Xiaomi‘s schemes for smart home domination rest on a three dollar gizmo and a willingness to practically give it away, a warning note for rivals that, should a US launch happen, the Chinese curiosity could upset the game considerably. The Xiaomi Mi Module is a 22 yuan add-on linking regular appliances – whether they be heaters, rice cookers, or, as Xiaomi has already created for smog-heavy China, an air purifier – to the cloud, but rather than trying to fence the whole thing in, the company hopes to offer them at cost. It’s a strategy that’s at odds with how many of Xiaomi’s competitors do business, and one which symbolizes quite how well a different approach can resonate with consumers.
Mi Module is, on the face of it, not especially different from many of the other Internet of Things (IoT) adapters we’ve seen from the connectivity companies. It serves a relatively straightforward purpose, too: bridge the internal language devices speak with a common one for the sake of interoperability.
What’s different is Xiaomi’s willingness to sacrifice profits over hardware sales. Not only does it envisage the cost of the Mi Module dropping significantly over time – the goal is 10 yuan, or about $1.50 – but it intends to keep offering to any third-party vendor at cost, or what the widget costs Xiaomi to make.
If you think that sounds like a nightmare for quarterly revenues, you’re not wrong. In fact, though, it’s a strategy shared across Xiaomi’s entire range which – although we know them best for smartphones – encompasses everything from TVs through headphones, portable batteries, home appliances, and even “bunnies”.
Xiaomi sold 1.97m bunnies in various sizes in 2014, but stuffed toys still aren’t enough to turn a Silicon Valley style profit.
“We never share information on our margins,” Xiaomi President Lin Bin demurred at yesterday’s event, going on to argue that the company’s focus was always on user growth and experience over revenues.
That doesn’t come as too great a surprise, given Xiaomi’s recent financial performance. The company’s wafer-thin profit margin came as something of a shock for many, especially given the huge numbers of products being sold during things like single-day sales.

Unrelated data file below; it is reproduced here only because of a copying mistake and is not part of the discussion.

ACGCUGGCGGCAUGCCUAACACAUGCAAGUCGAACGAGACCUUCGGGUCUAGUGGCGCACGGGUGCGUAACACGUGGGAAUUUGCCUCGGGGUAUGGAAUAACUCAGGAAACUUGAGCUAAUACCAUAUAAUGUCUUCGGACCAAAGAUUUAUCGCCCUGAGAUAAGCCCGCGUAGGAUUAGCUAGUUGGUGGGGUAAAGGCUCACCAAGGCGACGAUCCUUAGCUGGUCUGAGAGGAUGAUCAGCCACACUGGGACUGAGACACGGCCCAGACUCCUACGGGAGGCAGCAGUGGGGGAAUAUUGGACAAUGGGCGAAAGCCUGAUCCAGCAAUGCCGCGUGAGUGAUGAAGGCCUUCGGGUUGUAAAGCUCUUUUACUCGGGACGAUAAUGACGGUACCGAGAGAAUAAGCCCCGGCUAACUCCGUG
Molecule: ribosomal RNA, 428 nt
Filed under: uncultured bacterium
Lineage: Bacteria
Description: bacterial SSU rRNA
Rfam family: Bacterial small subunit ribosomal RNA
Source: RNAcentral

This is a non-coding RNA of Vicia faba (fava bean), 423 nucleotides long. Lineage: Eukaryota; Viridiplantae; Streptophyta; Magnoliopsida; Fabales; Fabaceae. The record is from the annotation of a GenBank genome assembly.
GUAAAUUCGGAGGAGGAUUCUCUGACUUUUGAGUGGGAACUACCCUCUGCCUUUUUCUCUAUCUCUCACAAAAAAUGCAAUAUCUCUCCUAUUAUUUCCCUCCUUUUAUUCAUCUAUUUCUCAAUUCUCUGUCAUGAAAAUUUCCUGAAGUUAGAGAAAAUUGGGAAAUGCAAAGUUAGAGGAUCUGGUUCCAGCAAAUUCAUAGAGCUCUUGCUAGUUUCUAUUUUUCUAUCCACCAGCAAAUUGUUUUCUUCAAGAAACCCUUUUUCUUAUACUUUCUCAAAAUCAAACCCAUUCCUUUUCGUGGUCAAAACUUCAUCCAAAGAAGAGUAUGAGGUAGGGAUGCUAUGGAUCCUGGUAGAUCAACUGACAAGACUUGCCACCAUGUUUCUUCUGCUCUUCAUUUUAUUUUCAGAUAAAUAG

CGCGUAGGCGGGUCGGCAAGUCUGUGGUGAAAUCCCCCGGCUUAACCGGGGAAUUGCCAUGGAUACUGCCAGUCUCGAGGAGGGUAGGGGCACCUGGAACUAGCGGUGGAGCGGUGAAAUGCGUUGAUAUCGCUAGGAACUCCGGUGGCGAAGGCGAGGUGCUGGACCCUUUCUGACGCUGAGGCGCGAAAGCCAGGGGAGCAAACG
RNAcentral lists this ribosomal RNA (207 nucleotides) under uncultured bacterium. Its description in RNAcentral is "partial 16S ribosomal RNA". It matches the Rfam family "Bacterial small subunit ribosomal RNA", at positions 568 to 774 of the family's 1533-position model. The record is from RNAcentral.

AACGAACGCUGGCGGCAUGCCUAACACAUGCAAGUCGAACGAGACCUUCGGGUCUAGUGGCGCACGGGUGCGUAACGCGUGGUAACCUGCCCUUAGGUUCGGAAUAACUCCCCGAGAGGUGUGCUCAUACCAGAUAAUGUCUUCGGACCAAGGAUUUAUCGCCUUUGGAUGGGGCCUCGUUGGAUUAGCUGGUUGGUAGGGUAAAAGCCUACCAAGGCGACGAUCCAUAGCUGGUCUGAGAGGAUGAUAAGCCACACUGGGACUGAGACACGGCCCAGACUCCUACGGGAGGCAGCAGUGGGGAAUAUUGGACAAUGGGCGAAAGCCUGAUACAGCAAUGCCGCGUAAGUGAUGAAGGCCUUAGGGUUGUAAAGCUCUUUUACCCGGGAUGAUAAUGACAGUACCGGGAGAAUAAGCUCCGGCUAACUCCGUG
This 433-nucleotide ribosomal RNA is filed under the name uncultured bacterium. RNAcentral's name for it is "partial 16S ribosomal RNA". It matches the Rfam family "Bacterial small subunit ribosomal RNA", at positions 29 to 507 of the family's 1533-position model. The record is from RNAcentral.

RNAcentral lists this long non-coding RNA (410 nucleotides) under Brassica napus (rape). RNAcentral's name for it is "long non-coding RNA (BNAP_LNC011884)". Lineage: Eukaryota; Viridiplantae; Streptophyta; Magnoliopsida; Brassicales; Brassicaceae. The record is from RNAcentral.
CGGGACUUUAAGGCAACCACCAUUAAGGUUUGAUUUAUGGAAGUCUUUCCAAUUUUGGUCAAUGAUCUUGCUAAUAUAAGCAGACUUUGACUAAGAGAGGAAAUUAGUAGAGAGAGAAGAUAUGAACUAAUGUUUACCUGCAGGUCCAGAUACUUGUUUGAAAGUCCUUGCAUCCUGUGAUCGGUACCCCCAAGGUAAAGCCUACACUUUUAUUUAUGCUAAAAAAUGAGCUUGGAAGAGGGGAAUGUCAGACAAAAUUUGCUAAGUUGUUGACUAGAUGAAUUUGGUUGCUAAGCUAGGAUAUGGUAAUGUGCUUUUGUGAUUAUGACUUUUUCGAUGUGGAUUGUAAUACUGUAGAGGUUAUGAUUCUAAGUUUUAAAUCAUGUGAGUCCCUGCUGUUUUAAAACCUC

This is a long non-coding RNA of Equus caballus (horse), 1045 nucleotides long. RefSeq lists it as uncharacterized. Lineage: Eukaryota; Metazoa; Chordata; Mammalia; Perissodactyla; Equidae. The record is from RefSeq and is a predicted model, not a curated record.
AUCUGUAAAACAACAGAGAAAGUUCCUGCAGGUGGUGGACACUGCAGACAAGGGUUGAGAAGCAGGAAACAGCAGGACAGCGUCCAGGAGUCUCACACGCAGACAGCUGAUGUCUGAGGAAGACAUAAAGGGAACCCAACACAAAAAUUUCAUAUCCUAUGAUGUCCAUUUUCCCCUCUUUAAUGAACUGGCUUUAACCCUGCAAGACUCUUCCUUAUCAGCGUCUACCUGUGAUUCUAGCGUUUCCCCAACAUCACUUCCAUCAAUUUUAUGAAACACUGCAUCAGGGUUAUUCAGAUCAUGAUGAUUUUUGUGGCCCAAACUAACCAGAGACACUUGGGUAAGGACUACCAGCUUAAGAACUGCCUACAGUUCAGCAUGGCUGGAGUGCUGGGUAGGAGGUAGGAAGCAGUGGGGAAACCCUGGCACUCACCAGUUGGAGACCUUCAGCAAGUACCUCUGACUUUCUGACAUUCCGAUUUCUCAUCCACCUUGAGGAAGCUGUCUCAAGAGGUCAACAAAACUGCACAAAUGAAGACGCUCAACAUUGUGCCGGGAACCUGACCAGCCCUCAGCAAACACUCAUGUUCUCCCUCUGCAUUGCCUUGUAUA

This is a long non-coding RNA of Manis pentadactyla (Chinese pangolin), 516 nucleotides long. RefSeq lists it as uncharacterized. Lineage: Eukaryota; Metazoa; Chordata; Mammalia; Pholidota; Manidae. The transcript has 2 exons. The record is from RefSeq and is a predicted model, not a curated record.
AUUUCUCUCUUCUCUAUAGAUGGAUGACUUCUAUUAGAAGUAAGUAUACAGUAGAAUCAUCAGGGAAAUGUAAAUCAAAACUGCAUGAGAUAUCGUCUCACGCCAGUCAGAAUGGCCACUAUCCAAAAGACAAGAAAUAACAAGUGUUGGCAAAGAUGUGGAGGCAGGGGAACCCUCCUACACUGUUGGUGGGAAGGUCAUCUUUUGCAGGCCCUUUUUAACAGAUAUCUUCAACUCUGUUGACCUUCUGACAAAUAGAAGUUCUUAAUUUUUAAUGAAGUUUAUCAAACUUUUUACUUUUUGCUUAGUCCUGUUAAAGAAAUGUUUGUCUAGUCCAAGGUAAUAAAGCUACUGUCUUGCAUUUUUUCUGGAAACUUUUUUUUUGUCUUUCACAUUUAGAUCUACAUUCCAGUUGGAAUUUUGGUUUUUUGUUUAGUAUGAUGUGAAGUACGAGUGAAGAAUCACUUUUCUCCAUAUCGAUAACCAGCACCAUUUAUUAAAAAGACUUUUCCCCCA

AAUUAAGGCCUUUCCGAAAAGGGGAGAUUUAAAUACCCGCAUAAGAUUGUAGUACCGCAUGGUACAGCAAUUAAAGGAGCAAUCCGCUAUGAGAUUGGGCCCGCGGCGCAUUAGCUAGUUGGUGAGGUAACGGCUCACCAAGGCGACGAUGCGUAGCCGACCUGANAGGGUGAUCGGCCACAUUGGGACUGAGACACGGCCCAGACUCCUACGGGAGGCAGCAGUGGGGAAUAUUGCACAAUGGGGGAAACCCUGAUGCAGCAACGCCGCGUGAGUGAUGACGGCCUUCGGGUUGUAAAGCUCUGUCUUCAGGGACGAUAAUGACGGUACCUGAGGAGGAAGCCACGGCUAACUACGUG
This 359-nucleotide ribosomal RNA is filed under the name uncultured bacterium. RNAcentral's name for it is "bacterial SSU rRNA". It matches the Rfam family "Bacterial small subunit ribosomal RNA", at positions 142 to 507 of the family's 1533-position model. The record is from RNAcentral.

One such sale, through popular Chinese store Tmall, for instance, saw Xiaomi sell 1.16m smartphones in a single day, while its other products dominated the most-popular lists in every other category they were in.
The goal is experience. Not just at the point of sale – the feeling of getting a good deal, though that’s undoubtedly part of Xiaomi’s plan for winning more “fans”, as users refer to themselves – but in how having scale can then shape how different platforms and products co-exist.
Mi Module’s control functionality, by way of example, is not only funneled into a single app for multiple devices, but baked into the core of MIUI, Xiaomi’s Android OS. Accessing smart home controls is a side-swipe away from the lockscreen, then, rather than another free-floating app buried somewhere in the launcher tray.
Meanwhile, by opting for fewer products but each with longer life cycles, as for a long time Xiaomi did with its smartphone range (a single SKU per market), the company benefits from economies of scale. Component prices fall, and then so do device prices, and Xioami’s user-base swells. The stats suggest that the combination of engagement and affordability works.
Is Xiaomi alone in some of these strategies? No, of course not; Apple’s HomeKit, for instance, doesn’t have a common communication module, but does intend to bring products from multiple vendors under the same umbrella of control.
Yet where Apple is – to the benefit of consistent user experience, but often the frustration of participating vendors – heavily focused on controlling the platform, Xiaomi’s approach is more freewheeling. Fitting, perhaps, for a company which updates its core mobile platform once a week, which shares the task of prioritizing changes with an army of vocal fans, and which rewards the greatest contributions from staff and fans alike with “popcorn parties”.
It’s not necessarily the best way of doing things, but the risk to other manufacturers – particularly those in the West – is that it’s such a different one, when taken as a whole, from the status-quo. Winning hearts and minds can be done in many different ways, and Xiaomi’s formula is so unusual that it could leave big names elsewhere on the back foot as they compete with its blend of crowdsourced growth.